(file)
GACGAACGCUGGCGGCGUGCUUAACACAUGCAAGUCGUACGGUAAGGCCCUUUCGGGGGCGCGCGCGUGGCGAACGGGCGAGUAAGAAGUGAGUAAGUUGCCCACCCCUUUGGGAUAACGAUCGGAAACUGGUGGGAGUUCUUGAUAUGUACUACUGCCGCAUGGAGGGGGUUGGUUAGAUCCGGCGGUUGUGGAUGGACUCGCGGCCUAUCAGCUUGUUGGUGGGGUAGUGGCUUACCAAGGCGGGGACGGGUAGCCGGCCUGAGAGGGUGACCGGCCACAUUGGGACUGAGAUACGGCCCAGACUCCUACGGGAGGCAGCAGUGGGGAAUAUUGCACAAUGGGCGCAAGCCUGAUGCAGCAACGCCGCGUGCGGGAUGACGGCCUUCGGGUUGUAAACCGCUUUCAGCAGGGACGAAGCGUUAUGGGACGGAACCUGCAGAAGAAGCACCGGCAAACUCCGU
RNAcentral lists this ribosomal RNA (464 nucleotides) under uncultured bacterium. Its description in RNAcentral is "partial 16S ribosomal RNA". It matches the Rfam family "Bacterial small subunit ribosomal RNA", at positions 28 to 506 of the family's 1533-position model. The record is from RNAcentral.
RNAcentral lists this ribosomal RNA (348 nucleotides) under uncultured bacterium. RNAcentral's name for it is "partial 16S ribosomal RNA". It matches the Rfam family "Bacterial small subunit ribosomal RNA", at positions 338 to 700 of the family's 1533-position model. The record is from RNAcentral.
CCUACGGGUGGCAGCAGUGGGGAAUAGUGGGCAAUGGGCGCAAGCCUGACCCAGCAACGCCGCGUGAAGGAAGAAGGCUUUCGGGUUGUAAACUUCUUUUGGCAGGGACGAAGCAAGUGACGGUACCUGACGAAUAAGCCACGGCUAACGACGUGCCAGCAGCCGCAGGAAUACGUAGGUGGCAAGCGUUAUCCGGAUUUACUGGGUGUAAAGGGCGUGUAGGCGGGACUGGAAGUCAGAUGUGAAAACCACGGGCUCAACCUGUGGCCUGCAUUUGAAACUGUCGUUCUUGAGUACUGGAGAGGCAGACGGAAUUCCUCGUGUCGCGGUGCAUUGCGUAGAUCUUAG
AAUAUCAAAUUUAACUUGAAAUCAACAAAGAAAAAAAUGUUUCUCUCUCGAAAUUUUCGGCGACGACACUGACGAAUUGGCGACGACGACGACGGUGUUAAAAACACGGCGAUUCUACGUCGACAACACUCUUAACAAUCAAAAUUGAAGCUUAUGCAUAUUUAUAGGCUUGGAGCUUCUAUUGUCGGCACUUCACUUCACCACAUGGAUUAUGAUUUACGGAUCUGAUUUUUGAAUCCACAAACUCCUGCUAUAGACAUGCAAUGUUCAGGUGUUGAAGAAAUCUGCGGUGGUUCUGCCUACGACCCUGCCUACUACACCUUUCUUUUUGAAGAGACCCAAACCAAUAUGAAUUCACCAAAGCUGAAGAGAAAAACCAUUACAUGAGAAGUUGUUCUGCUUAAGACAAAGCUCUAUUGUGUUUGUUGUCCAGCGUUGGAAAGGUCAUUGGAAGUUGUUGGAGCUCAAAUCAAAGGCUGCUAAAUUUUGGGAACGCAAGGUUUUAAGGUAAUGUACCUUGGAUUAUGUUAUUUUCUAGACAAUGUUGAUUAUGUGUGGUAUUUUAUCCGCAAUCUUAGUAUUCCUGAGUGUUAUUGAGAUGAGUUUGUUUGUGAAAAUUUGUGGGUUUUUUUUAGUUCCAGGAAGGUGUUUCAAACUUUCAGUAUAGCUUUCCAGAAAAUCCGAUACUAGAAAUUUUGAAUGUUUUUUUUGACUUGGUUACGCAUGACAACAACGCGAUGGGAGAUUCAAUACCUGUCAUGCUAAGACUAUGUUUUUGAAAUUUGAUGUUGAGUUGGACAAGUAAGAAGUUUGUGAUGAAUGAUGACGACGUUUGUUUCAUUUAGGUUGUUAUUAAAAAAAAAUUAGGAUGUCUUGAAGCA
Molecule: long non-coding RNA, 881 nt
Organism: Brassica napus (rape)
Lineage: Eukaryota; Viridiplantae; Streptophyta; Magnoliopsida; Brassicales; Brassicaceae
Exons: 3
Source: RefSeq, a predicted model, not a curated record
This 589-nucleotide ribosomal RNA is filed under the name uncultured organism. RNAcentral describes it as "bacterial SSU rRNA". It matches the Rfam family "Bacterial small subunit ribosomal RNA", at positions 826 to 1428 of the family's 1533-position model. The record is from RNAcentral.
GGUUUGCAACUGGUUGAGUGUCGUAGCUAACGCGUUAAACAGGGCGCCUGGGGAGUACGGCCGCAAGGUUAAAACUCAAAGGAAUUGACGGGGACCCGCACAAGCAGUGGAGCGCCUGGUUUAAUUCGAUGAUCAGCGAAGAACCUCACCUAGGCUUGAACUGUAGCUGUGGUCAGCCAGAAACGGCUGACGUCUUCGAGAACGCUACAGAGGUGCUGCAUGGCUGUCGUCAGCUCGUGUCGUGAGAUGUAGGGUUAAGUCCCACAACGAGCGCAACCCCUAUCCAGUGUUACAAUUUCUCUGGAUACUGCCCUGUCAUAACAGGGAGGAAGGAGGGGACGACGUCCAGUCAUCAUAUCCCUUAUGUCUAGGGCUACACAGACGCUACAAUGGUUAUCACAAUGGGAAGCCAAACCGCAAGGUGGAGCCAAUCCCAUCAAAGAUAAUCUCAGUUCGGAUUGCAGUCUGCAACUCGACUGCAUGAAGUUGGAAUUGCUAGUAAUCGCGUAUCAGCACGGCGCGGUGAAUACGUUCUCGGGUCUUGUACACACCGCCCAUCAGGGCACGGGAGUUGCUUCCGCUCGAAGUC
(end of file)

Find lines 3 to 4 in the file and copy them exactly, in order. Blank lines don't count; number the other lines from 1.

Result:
RNAcentral lists this ribosomal RNA (348 nucleotides) under uncultured bacterium. RNAcentral's name for it is "partial 16S ribosomal RNA". It matches the Rfam family "Bacterial small subunit ribosomal RNA", at positions 338 to 700 of the family's 1533-position model. The record is from RNAcentral.
CCUACGGGUGGCAGCAGUGGGGAAUAGUGGGCAAUGGGCGCAAGCCUGACCCAGCAACGCCGCGUGAAGGAAGAAGGCUUUCGGGUUGUAAACUUCUUUUGGCAGGGACGAAGCAAGUGACGGUACCUGACGAAUAAGCCACGGCUAACGACGUGCCAGCAGCCGCAGGAAUACGUAGGUGGCAAGCGUUAUCCGGAUUUACUGGGUGUAAAGGGCGUGUAGGCGGGACUGGAAGUCAGAUGUGAAAACCACGGGCUCAACCUGUGGCCUGCAUUUGAAACUGUCGUUCUUGAGUACUGGAGAGGCAGACGGAAUUCCUCGUGUCGCGGUGCAUUGCGUAGAUCUUAG